Conn. lawman grills Apple and Amazon over e-book pricing
Most favored nation status scrutinized
Connecticut's top law enforcement official said he is investigating whether agreements Apple and Amazon.com have reached with e-book publishers violate antitrust laws by freezing competitors out of the market.
In letters to the general counsels of Apple and Amazon, Attorney General Richard Blumenthal said he was concerned about guarantees both companies have secured promising them e-book prices that are lower than any other sellers. The so-called MFN, or most favored nation, status doesn't automatically violate antitrust laws, but it could harm consumers, Blumenthal said.
“MFN clauses — especially when they are offered to two of the largest e-book retail competitors in the United States — have the potential to impair horizontal competition by encouraging coordinated pricing and discouraging discounting,” Blumenthal wrote in the letters here and here (both are PDFs), which were sent late last week. “The net effect is fairly obvious, in that MFSs will reduce the publisher's incentive to offer a discount to Apple if it would have to offer the same discount to Amazon, leading to the establishment of a price floor for e-books offered by the publisher.”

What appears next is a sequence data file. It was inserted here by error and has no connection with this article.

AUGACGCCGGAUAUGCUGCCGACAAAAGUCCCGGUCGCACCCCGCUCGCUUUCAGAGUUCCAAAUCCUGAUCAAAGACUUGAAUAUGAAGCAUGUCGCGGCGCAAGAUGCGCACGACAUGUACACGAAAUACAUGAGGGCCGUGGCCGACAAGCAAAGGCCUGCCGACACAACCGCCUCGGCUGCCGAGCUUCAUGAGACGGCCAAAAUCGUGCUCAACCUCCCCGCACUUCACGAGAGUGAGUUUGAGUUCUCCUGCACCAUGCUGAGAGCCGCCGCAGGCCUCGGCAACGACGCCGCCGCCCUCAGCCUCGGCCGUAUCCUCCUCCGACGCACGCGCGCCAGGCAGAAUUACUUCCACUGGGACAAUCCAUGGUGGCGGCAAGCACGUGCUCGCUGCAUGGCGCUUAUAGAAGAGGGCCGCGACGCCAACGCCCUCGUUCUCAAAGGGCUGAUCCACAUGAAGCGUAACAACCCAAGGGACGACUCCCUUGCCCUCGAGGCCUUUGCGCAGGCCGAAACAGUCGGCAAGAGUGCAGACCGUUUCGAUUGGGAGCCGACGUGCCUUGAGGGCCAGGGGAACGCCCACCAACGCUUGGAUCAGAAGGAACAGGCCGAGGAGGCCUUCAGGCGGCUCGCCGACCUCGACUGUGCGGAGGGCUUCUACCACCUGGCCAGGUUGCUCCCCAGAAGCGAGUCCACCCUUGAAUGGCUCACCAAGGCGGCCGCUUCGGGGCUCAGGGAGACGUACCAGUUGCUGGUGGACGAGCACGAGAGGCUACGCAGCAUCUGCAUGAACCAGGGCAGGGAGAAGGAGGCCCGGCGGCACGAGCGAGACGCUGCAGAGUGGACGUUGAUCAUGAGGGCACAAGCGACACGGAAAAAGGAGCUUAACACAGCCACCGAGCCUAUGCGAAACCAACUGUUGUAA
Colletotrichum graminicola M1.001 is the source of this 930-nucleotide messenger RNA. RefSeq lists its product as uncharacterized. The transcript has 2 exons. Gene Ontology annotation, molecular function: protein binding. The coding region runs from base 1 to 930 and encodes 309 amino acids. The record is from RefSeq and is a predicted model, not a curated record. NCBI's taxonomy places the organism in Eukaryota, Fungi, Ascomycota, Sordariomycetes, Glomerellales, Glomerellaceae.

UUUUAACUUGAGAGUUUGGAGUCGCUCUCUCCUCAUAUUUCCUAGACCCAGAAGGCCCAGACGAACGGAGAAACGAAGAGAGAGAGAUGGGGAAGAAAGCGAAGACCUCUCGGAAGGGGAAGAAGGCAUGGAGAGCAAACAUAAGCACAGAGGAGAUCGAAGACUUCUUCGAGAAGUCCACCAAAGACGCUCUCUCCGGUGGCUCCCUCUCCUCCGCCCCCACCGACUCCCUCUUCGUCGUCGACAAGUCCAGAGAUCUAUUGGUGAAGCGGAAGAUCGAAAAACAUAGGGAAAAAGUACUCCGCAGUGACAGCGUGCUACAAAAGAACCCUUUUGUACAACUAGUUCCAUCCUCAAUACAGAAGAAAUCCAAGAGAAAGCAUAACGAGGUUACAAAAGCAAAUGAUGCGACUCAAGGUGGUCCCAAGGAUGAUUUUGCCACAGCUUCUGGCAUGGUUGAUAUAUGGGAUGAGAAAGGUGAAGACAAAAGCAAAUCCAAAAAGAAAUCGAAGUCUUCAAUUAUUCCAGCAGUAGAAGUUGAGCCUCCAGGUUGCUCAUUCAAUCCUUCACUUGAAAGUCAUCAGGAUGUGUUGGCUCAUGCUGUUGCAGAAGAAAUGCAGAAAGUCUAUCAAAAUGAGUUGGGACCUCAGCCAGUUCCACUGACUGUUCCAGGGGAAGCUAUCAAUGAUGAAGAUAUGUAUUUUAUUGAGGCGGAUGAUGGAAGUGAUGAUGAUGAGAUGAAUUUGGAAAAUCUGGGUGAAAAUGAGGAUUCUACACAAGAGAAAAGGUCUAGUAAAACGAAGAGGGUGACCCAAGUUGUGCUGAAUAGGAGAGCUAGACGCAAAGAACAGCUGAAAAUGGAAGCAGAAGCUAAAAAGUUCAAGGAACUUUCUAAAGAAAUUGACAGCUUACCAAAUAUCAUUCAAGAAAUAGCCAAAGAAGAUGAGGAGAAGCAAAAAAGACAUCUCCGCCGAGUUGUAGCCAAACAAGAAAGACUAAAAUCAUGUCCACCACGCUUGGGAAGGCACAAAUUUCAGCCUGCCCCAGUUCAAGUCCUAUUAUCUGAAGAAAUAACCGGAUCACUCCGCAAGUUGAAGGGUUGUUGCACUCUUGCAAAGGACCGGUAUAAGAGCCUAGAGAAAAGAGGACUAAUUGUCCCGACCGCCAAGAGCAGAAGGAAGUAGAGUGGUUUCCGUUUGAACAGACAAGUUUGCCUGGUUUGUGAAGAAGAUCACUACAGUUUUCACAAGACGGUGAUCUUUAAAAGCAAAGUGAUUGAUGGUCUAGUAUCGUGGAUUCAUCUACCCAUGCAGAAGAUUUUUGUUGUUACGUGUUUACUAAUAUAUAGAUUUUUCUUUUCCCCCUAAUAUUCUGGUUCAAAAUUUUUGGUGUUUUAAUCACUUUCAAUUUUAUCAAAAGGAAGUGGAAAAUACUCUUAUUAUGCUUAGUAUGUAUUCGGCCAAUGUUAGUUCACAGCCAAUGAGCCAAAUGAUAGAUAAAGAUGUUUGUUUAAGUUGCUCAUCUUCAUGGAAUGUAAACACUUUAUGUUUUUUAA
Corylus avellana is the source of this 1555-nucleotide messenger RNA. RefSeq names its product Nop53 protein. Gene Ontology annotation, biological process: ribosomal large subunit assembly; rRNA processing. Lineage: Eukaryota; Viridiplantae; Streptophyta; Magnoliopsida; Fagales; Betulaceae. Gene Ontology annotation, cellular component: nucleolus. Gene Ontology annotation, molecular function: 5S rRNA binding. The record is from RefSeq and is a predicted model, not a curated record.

A preliminary review by Blumenthal has already found that e-book prices offered by Amazon, Apple, Borders and Barnes & Noble for several titles on The New York Times Bestseller list were identical.
“These agreements among publishers, Amazon and Apple appear to have already resulted in uniform prices for many of the most popular e-books — potentially depriving consumers of competitive prices,” Blumenthal said in a statement. He has requested a meeting with legal representatives of both companies “to discuss the issues I have raised in greater detail.”
Apple and Amazon have secured the guarantees from Macmillan, Simon & Schuster, Hachette, HarperCollins, and Penguin. Blumenthal has long been a thorn in the side of companies accused of privacy and competition tresspasses. In the late 1990s, he vigorously pursued Microsoft for antitrust violations. More recently, he has pursued Google for its Streetview Wi-Fi snooping, Craigslist for prostitution ads, and MySpace for catering to registered sex offenders. ®
I still don't quite understand...
....how a physical book - printed and bound, transported to store, using all the resources and man hours of a small army - can cost the same or LESS than an ebook.
I'm finding this to MY cost after having purchased an ereader. And funnily with my old books I can pass them around when I'm done, something I cannot so with an ebook.
And thusly, as ereaders become more popular the level of piracy will increase and sales will decline until the publishers die.
Here's an idea - learn from the MPAA and RIAA and publish your OWN ebooks and if they are any good they will sell, meaning YOU get the money, if not there's a job going doing something else somewhere.......
Why would it piss off their customers that they couldn't fix ebook prices higher than they should be, because they have a monopoly? Surely their customers would prefer what blokey is proposing?
From my experience
Quite a few bookstores offer deals on new releases as well - thus offering them on the popular titles.
Usually they are in the form of
So by having this on ebooks they are deviating from the bookstore model.